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How do people get HPV?

Human papillomavirus (HPV) is a common virus that 4 out of 5 (80%) of us will have at some point during our lives. It is passed on through skin-to-skin contact. For genital HPV, this includes:

  • vaginal, anal and oral sex
  • touching in the genital area
  • sharing sex toys.

You are at risk of getting HPV from your first sexual contact, whatever that is – it doesn’t have to be sex that involves putting part of your body into someone's vagina, anus or mouth (penetrative sex). Anybody who has ever had any kind of sexual contact is at risk of getting HPV.

Who did I get HPV from?

We can have HPV for a long time without knowing about it, so it is hard to know when we got HPV or who we got it from. Remember, having HPV does not mean any partner has been unfaithful.

Will HPV develop into something else?

Your immune system usually gets rid of HPV without treatment. In fact, you may never know you had it!

You can have HPV that does not cause any harm (clinically insignificant) for many years. But in some people, HPV may cause other conditions (clinically significant). The time from getting HPV to developing genital warts, cervical abnormalities or cervical cancer varies. 

How can I reduce my risk of getting high-risk HPV?

High-risk HPV has no symptoms, so it is difficult to tell whether you or someone else has it. But there are some ways you can reduce your risk of getting HPV or developing a persistent infection:

  • Have safe sex. Using condoms or dental dams help reduce your risk of being infected with HPV, but they do not completely get rid of the risk. Condoms and dental dams only cover part of the genitals, but HPV lives on the skin in and around the whole genital area.
  • Stop smoking. If you do get high-risk HPV, your immune system can usually get rid of it. But smoking makes your immune system weaker, which means it is less likely to fight off infections like HPV.
  • Have the HPV vaccine. The vaccination helps protect against 70% of cervical cancers. Read more about the HPV vaccine >

If you have a condition that affects your immune system, like HIV, it may be harder for you to get rid of HPV. Speak to your doctor about going for cervical screening (a smear test) once a year.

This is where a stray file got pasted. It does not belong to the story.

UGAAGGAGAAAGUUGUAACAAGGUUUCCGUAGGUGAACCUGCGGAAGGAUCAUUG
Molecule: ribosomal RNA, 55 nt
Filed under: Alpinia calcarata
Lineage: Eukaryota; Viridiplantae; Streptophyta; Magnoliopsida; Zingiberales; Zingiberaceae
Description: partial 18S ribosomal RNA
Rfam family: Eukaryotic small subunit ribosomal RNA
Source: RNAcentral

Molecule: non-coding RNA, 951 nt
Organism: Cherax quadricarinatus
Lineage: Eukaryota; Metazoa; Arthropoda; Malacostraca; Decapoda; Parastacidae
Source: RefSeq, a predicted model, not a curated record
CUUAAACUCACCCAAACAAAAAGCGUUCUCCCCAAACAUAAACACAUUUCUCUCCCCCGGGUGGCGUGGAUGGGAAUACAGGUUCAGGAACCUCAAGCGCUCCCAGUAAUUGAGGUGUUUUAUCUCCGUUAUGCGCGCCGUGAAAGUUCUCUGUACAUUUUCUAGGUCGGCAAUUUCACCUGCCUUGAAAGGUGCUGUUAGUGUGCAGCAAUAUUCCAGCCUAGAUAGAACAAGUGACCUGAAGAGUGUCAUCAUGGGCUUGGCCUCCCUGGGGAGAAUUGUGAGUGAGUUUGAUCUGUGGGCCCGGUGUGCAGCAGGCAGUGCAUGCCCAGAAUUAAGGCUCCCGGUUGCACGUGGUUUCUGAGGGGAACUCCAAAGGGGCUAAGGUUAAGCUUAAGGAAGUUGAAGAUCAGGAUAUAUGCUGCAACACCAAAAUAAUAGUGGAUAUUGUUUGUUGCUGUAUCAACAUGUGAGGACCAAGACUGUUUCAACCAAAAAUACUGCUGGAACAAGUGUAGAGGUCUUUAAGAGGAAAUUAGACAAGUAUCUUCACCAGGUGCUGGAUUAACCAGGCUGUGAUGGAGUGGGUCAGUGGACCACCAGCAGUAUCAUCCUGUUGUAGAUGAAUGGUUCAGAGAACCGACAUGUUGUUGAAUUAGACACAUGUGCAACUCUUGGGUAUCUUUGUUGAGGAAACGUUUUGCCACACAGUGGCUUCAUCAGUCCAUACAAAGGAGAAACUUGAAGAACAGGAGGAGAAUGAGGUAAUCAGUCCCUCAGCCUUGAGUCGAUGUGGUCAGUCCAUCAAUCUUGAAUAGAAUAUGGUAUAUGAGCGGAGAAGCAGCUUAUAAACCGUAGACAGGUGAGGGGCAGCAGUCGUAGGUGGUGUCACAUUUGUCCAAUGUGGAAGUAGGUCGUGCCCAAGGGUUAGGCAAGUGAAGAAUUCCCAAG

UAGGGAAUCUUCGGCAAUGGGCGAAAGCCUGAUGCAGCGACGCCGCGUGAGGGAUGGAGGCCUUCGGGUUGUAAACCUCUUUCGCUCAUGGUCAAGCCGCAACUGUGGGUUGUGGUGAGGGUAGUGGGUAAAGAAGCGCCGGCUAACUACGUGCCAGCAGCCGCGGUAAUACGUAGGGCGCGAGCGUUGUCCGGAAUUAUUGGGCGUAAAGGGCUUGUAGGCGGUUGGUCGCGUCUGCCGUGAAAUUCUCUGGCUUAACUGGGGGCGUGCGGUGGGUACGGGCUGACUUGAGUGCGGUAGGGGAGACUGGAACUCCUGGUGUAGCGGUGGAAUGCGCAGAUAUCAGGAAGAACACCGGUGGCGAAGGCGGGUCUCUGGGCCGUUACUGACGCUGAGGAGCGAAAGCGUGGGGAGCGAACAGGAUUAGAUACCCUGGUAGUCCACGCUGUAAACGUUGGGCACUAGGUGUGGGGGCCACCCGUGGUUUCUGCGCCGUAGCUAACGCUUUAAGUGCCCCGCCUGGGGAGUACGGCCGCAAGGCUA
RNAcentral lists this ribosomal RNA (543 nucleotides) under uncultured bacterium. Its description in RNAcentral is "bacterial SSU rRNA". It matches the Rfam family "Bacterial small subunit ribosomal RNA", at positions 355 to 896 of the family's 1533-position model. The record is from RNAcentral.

Even though we can't completely protect against HPV, going for cervical screening can find any changes to cervical cells (abnormalities) early, before they develop.

Read more about cervical screening >

"When I realised how common HPV was, my guilt did subside. There wasn’t much else I could have done to protect myself from HPV – the vaccine wasn’t available when I was at school. It was just that my body didn’t clear the HPV."

- Laura, a service user and Jo’s volunteer

More information and support

If you are worried or want to know more about HPV, call our Helpline on 0808 802 8000 so our trained volunteers can support you. Or you can use our Ask the Expert service to get the answers you need for medical professionals.

Show references

  1. Roset Bahmanyar E et al., Prevalence and risk factors for cervical HPV infection and abnormalities in young adult women at enrolment in the multinational PATRICIA trial, Gynaecological Oncology, 2012.
  2. Schletch N et al., Human Papillomavirus Infection and Time to Progression and Regression of Cervical Intraepithelial Neoplasia, Journal of the National Cancer Institute, 2003.
  3. Lam JU et al., Condom use in prevention of Human Papillomavirus infections and cervical neoplasia: systematic review of longitudinal studies, Journal of Medical Screening, 2014.
  4. Minkoff H et al., Relationship between Smoking and Human Papillomavirus Infections in HIV-Infected and -Uninfected Women, The Journal of Infectious Disease, 2004.
  5. Harper D et al., HPV vaccines – A review of the first decade, Gynaecologic Oncology, 2017.

 

 

Date last updated: 
17 Aug 2018
Date due for review: 
17 Aug 2020

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